THE COTTON INDUSTRY.
[To THE EDITOR OF TulS "SP ROTATOR."]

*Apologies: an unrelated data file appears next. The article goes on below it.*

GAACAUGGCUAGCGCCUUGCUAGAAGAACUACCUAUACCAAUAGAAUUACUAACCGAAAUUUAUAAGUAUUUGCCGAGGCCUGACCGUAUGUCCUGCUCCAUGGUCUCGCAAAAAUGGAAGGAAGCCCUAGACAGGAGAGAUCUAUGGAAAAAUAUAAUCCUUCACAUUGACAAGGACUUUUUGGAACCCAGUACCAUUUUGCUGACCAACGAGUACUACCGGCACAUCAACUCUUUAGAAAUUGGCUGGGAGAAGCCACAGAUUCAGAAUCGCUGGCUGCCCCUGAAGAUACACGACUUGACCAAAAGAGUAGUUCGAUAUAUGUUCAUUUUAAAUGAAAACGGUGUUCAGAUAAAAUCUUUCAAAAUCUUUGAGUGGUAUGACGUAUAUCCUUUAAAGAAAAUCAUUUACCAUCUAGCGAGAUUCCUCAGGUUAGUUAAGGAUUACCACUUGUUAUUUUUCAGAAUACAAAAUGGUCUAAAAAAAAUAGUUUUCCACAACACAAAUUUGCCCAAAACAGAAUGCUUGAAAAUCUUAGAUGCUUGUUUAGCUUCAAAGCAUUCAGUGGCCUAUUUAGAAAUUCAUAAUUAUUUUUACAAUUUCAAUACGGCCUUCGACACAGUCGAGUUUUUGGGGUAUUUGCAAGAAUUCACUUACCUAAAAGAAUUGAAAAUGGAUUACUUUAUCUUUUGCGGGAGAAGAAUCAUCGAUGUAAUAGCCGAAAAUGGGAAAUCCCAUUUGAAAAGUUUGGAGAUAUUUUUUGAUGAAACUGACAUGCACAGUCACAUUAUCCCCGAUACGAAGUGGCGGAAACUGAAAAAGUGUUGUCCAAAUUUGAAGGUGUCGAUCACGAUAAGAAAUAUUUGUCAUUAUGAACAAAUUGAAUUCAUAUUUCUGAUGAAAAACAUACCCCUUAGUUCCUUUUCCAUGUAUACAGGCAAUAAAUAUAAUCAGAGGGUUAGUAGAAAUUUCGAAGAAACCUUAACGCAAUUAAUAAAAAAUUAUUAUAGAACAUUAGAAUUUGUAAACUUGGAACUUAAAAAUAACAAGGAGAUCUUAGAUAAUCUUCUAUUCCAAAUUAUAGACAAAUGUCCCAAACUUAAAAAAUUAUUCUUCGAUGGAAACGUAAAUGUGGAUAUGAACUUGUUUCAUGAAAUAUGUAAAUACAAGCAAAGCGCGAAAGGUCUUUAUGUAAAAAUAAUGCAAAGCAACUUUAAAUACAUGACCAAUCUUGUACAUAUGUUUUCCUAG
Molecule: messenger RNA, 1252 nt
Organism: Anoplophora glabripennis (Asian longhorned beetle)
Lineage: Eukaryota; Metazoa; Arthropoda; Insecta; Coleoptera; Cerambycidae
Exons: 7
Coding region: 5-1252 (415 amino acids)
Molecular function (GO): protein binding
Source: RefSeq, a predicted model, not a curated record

STa,—In your most interesting article on "The Lessons of the Cotton Dispute" in last week's Spectator you assume that the masters agree with the operatives before short time is worked in the mills. This is hardly so. As a matter of fact, the masters decide matters of this kind for themselves without any reference to the bands. There are often cases of individual short time, and occasionally the Employers' Association arrange concerted action over the Federation area ; but in all instances the workpeople are never consulted on the line of policy as to lessening the output of yarn or cloth. Then you say that Lancashire weavers had no benefit from their Union during the recent strike because they them- selves were not involved in the strike. You must have been misinformed, I fear, for in most districts of the county the Weavers' Union had to pay fairly large sums on this account, and it is understood that its funds suffered severely